Peaceful mass protests brought a watershed moment to Armenia in 2018. Opposition leader Nikol Pashinyan was elected as prime minister by parliament in May after weeks of rallies against the ruling party. The unrest had led to the resignation of Serzh Sargsyan, who had been elected to the newly-empowered role of prime minister in April after his ten-year presidency ended.
Armenia has experienced a series of turbulent political processes since 2013, not least the change from a semi-presidential to a parliamentary republic. However, hopes are high that the so-called ‘Velvet Revolution’, which brought together a broad cross-section of classes and backgrounds, may usher in a period of genuine transformation towards democratic goals. Civil society, civic activists and independent media have important roles to play to underpin the ongoing reform process, and keep citizens engaged to bring about sustainable change.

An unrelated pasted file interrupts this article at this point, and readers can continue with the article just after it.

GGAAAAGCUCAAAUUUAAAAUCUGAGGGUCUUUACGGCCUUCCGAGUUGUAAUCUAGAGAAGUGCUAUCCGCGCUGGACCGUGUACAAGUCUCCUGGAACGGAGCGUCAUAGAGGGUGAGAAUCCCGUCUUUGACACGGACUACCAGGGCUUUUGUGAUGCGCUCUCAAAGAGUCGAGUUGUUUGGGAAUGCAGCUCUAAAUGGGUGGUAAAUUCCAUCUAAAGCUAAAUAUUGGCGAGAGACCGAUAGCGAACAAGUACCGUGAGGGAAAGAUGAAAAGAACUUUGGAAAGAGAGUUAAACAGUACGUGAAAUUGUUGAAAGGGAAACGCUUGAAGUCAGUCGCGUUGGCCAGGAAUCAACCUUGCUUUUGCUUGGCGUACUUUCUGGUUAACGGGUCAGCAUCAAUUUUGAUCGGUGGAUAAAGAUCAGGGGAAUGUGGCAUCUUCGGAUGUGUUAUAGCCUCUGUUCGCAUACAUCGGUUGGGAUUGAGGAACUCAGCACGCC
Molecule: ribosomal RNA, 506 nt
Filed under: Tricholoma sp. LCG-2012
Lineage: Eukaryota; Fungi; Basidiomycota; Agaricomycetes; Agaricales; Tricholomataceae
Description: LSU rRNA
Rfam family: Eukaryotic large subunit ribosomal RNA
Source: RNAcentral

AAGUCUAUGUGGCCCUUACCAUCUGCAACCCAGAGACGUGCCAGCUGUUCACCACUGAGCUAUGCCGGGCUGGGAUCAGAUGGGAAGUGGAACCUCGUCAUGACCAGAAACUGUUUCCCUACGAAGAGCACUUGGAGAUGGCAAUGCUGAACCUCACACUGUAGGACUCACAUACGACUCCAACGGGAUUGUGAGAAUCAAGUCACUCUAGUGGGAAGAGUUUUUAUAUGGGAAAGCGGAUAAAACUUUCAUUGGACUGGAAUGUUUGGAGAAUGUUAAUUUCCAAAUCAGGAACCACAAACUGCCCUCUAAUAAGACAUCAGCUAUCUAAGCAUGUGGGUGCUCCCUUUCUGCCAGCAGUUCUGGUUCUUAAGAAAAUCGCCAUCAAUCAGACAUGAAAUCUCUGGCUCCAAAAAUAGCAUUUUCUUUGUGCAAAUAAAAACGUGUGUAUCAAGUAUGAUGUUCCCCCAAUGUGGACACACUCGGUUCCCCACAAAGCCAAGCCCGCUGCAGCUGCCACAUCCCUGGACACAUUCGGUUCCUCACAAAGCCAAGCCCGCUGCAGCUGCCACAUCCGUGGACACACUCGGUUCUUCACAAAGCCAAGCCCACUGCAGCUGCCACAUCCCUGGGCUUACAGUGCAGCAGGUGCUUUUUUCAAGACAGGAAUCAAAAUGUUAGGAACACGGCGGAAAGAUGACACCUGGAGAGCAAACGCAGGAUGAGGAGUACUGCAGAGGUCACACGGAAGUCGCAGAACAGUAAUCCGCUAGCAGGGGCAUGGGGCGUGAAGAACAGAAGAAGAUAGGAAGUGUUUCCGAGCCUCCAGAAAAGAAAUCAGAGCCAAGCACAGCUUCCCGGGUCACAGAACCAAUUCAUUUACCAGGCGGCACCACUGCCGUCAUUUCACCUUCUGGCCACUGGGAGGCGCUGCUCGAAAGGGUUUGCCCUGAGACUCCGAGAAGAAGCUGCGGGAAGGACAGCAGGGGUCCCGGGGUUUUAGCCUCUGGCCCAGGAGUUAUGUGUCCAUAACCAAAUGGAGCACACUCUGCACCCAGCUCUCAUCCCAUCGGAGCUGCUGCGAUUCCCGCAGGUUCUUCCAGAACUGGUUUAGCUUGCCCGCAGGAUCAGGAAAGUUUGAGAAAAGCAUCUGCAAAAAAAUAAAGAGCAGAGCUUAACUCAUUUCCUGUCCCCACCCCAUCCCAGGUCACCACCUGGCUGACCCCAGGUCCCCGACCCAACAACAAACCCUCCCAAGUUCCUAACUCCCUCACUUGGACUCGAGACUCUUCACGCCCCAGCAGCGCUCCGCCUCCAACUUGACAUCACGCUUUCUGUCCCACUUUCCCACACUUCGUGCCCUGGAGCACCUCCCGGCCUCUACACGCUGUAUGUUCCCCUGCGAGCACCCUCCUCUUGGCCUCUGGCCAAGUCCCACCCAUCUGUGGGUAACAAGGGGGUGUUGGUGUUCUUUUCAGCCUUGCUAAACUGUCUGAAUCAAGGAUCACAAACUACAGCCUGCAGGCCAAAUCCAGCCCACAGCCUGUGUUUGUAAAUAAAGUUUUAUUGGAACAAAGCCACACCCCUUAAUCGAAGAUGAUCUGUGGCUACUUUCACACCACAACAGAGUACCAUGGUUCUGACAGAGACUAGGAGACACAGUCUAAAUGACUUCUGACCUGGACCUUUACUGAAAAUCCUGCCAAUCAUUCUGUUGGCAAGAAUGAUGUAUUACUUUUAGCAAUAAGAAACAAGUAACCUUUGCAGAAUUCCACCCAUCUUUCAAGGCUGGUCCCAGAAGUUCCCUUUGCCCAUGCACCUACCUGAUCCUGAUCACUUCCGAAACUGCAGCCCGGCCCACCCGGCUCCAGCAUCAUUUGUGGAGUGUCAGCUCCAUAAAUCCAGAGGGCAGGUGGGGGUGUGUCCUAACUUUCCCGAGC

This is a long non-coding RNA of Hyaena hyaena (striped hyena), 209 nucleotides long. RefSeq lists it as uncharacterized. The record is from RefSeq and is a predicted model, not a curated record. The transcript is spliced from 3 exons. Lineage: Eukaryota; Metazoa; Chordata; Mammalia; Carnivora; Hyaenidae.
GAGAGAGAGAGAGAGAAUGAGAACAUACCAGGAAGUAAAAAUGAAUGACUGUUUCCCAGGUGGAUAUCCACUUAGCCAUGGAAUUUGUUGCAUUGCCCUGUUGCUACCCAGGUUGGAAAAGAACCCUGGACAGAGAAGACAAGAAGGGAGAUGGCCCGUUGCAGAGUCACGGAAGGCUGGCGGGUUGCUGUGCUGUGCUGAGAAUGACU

EED approach and added value
- Provide fast and targeted support to new actors and new forms of activism
- Ensure that key civil society and political activists are able to maintain their activities
- Support start-up and innovative initiatives seeking to inspire structural democratic changes, particularly outside the capital, and unregistered movements unable to benefit from other funding
Examples of supported initiatives
- Creative grassroots civic activism and initiatives to increase political engagement with a focus on young people
- Innovative independent media outlets and small media initiatives
- Reform-related initiatives with an accent on civic activism